Your advice is good, but it is not always the answer.

Voice of Experience,

His azure

in support of azure's comment

My husband and I agreed long ago that he would be in charge and the head of the household etc. And most of the time that's fine.

The problems we have arise when I don't do what he wants, and he doesn't exercise his power.

I feel kinda resentful that he's not exerting control.

It is getting harder and harder for me to act as if i respect him. It is getting harder and harder for me. I'm behaving badly, and he's mostly just getting sulky, and then I respect him even less.

As women go, I am very easy to deal with, but I don't know how much longer I'll be able to continue if he doesn't act like the man of the house. At some point, I'll probably end up taking charge.

But that's not what either of us wants. Now more than ever I want him to be in charge. But if he can't do it, for whatever reason, somebody has to be behind the wheel of the relationship, and I know that I am competent enough to be the one.

Giving him control

I agree with the idea, if not necessarily or always the specifics, of the 'all-knowing man's' comments. A man, who would otherwise be quite willing to assume a dominant role, may restrain himself because he believes that it will be unwelcome. It goes back to this expectation of a perfectly equal and 'fair' relationship. When I first stumbled across this concept of the male-led relationship, it struck home with me so hard that I shook. I sent my husband an email (he was out of town at the time) explaining what I had found and begging him to consider it. As it turns out, he was more than willing, but had feared that too much dominance from him would "crush my spirit." (His words. How sweet is that? He was willing to hold himself back because he thought that being all of himself would make me unhappy.) I was ecstatic, although it took a long time of reassurance from me that yes, this was what I wanted, and several times of pointing out specific areas of control that I was willing to surrender to him for us to get as far as we have.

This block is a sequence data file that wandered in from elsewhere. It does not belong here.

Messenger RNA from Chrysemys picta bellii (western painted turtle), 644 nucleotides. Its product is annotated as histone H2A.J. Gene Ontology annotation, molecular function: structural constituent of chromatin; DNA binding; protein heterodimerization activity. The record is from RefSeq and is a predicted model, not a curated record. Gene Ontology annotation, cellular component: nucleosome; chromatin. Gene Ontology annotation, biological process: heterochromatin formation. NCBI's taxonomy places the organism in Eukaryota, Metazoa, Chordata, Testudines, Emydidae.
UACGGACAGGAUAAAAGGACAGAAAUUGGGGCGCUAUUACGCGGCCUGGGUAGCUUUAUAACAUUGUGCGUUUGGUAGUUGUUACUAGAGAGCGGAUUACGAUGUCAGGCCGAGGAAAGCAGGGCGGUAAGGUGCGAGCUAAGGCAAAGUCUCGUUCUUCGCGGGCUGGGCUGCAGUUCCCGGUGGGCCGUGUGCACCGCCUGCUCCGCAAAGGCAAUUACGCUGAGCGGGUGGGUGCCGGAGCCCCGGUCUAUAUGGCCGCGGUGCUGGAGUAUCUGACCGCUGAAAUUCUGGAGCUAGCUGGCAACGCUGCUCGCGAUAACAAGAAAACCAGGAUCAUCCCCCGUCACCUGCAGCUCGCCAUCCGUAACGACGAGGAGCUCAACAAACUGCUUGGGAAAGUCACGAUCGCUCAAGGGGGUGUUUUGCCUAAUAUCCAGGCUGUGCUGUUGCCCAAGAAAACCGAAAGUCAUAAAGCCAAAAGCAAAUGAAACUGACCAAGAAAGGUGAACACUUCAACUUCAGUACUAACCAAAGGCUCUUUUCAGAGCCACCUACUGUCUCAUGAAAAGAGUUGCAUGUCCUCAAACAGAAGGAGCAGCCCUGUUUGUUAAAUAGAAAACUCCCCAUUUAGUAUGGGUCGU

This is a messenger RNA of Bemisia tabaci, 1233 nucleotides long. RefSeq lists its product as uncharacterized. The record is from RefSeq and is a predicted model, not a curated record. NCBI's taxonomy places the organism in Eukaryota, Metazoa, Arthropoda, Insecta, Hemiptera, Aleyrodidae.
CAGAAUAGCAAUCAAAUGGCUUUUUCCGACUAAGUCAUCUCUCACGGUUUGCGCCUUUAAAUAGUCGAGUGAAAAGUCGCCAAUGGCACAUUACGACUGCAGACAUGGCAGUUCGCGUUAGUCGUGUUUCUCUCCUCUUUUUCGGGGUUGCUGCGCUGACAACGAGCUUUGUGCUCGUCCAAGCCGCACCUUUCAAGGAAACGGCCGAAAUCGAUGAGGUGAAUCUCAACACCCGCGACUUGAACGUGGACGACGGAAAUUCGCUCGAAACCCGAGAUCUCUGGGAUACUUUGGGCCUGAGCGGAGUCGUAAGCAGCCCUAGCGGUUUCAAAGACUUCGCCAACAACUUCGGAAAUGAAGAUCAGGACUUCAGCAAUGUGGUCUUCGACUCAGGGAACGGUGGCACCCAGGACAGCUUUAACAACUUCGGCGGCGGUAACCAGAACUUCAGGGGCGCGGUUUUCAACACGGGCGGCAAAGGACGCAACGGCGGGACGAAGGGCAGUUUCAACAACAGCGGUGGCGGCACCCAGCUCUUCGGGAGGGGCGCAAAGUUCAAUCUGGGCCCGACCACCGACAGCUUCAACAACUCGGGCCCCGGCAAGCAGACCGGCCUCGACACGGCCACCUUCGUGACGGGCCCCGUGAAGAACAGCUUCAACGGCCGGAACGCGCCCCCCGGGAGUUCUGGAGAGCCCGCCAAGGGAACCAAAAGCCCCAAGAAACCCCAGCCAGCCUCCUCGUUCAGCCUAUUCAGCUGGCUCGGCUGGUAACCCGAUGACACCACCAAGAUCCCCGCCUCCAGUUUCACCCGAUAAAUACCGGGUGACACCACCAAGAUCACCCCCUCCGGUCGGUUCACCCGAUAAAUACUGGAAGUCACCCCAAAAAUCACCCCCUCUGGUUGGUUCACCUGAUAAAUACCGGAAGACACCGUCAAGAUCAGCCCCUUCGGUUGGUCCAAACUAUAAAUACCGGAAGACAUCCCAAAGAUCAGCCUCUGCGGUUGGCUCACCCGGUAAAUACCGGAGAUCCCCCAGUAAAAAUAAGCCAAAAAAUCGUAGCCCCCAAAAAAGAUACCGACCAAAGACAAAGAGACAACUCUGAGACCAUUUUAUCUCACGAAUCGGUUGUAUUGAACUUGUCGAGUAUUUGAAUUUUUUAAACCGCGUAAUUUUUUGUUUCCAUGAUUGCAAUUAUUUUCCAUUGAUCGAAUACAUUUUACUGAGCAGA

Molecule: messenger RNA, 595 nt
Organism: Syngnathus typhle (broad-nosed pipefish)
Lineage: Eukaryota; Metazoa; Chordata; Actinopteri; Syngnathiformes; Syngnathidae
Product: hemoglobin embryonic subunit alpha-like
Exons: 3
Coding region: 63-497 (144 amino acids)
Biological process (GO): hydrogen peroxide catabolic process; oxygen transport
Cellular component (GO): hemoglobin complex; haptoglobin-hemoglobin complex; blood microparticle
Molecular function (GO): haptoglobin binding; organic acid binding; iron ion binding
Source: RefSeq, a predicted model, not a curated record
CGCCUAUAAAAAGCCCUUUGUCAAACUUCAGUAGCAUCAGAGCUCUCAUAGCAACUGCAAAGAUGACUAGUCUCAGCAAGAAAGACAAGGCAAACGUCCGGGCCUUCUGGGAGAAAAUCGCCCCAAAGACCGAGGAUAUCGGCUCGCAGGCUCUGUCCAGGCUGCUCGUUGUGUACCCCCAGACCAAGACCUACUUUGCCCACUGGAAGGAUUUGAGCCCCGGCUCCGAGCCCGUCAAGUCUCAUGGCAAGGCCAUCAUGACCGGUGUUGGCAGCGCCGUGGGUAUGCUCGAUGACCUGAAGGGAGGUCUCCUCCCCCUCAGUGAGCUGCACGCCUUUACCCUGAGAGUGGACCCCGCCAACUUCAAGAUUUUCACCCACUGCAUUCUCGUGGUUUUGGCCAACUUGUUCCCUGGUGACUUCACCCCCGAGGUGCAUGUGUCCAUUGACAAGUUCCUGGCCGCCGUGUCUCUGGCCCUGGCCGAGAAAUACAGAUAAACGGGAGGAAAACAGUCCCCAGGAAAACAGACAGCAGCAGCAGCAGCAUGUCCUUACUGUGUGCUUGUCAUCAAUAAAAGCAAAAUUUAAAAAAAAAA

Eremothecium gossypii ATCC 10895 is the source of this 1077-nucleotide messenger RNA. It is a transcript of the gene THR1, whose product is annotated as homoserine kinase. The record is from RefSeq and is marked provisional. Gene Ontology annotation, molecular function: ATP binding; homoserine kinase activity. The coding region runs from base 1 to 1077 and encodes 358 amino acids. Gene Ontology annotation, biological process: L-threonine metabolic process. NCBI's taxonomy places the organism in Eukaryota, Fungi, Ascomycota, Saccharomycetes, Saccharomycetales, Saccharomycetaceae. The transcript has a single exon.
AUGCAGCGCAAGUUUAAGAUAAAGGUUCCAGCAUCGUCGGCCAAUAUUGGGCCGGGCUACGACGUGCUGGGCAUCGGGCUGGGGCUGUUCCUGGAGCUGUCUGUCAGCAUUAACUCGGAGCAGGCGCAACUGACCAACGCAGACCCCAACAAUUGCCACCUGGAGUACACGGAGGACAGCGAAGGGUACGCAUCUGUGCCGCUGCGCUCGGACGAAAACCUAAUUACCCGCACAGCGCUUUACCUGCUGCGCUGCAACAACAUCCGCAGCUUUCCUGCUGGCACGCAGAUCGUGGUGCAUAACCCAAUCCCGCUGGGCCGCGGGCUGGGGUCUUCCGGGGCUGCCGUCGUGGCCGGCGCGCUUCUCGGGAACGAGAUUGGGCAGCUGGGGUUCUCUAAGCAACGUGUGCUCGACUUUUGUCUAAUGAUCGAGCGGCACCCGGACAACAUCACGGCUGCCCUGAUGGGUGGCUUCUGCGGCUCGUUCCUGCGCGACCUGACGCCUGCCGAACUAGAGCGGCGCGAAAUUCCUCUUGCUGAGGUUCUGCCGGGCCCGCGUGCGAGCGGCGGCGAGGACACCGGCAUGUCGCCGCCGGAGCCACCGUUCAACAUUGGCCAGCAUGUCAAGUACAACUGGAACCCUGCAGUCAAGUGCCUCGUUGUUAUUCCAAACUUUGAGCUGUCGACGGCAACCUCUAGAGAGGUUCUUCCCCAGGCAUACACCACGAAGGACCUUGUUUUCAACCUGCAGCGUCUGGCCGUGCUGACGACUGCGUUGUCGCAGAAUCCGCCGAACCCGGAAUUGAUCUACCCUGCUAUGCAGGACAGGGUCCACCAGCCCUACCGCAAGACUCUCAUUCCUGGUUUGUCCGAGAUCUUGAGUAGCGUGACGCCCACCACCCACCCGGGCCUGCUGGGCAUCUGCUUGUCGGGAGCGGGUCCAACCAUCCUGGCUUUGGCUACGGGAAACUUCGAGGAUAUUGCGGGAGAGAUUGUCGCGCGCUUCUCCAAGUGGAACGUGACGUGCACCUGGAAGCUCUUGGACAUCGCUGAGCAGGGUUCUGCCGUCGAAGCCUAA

To get back to my original point in commenting, there were behavioral changes that started at once when we began. I started saying, "Yes, please," where once I would have simply said "yes." I began asking permission for things, but not to the point of the ridiculous or annoying as was suggested earlier. It took a long time for me (although why, I don't know), but I began using "May I" for requests instead of "Can I" or "Would you mind if I." I suppose it's more formal, far less offhand. I remove his boots when he comes home from work; I offer, prepare, and serve snacks when I know he will want them. I keep the house cleaner. Most of these things could be done without annoyance, but for most they would surely be noticeable.

On the other hand, if it won't scare him off I recommend a conversation on the topic. I can understand dreading that talk—I wasn't scared he'd be frightened, but I was terrified that he just wouldn't be interested in it—in something I had only just discovered, but that I wanted to my very core.